Saturday, June 09, 2007

Streaker in my Shomin wall

Let me explain:

Mizu Dojo's Shomin wall is actually a panel of windows overlooking a lawn bowling green with lovely trees surrounding the area.

Each class, when we start, and end, we kneel facing the wall of windows, and do a traditional bow in ritual with Mokuso, and Dojo Kun.

Today, at the end of class, I knelt in front of my students, and closed my eyes to the command being called by one of my lead belts of "Mokuso". Peace flowed over me, and through me, although all of my muscles were stiff and sore from the previous night's hard training. It was difficult to ignore the aches, and pains, and bring myself to stillness.. but I managed. When my student commanded "mokuso yame", and I opened my eyes, I was greeted with the sight of a naked cute happy little 3 year old girl wearing nothing but a baseball cap on her head, running back and forth on the springy grass of the bowling greens enjoying the sun on her skin. Her father was standing out there watching over her.

I couldn't help myself.. I broke into laughter, and announced to my students "There is a naked girl in our Shomin wall! Can you see her too?"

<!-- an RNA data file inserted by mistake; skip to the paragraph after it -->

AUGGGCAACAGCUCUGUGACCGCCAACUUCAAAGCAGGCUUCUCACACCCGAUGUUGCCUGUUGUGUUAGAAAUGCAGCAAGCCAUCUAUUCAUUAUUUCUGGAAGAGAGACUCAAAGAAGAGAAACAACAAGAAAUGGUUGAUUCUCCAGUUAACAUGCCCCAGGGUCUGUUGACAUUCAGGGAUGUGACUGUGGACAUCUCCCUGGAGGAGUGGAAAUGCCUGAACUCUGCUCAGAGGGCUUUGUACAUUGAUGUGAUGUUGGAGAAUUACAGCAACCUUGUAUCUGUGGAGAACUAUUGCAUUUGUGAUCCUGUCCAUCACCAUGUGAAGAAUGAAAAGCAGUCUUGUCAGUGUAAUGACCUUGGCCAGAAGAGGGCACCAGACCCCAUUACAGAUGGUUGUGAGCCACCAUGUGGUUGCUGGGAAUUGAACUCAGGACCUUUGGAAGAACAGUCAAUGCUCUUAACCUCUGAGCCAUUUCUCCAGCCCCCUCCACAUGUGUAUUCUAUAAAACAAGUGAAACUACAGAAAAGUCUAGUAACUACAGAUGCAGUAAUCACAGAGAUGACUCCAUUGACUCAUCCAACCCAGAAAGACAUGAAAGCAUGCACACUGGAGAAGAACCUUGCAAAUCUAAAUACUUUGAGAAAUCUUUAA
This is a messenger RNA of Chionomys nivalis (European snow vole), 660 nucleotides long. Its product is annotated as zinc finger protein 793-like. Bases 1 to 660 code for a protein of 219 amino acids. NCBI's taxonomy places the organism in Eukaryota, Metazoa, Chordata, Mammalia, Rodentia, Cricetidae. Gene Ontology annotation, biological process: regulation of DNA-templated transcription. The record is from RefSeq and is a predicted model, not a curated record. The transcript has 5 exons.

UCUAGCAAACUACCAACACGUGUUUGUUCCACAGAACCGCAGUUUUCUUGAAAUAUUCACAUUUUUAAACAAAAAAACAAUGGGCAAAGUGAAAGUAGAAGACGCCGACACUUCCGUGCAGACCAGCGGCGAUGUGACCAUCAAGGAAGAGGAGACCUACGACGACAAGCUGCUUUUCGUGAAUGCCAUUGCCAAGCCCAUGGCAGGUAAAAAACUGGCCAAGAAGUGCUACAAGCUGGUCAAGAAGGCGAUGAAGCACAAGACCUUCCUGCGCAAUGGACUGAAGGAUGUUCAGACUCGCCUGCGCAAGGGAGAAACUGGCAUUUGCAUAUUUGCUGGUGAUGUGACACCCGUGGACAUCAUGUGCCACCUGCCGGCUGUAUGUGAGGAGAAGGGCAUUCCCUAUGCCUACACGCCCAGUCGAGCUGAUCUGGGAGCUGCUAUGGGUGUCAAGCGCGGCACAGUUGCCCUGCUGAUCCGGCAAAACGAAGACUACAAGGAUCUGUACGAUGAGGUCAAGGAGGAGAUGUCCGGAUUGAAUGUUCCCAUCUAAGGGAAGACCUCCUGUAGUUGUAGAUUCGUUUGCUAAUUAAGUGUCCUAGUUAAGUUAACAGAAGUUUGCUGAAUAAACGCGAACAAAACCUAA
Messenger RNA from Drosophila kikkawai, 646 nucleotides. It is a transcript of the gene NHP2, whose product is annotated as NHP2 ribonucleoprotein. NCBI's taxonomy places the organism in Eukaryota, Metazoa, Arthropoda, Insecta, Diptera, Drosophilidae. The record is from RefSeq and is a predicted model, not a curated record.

Well... a sound of shock, and giggling filled the room as we witnessed this sweet little girl bending down to pick at the grass and innocently mooning the whole dojo.

My student barely could get the words of "Shomin Ni Rei" out for all of the suppressed laughter. We all bowed towards the naked child.

Then I turned and faced my students, and my student called out "Sensei Ni Rei".

I could see that all of our shoulders were shaking with the effort to not laugh at this moment.

As I walked off of the Dojo floor, I exclaimed, "Oh Man! I've GOT to put this on my weblog!!!"

I will never forget the day that my Dojo bowed to an innocent naked 3 year old streaker's bare butt.


John Vesia said...

Glad to see that you practice mokuso at your school. Very few karate people still partake in this, at least in my neck of the woods.

supergroup7 said...

Gee.. Mokuso has been a part of my Martial arts training from day 1. I think that it is a necessary starting ritual that allows a person to put aside the day's issues, and focus on the training. Also, it is a wonderful way to end a class, bring yourself back to a quiet place, and leave the dojo feeling satisfied with the effort that you put in.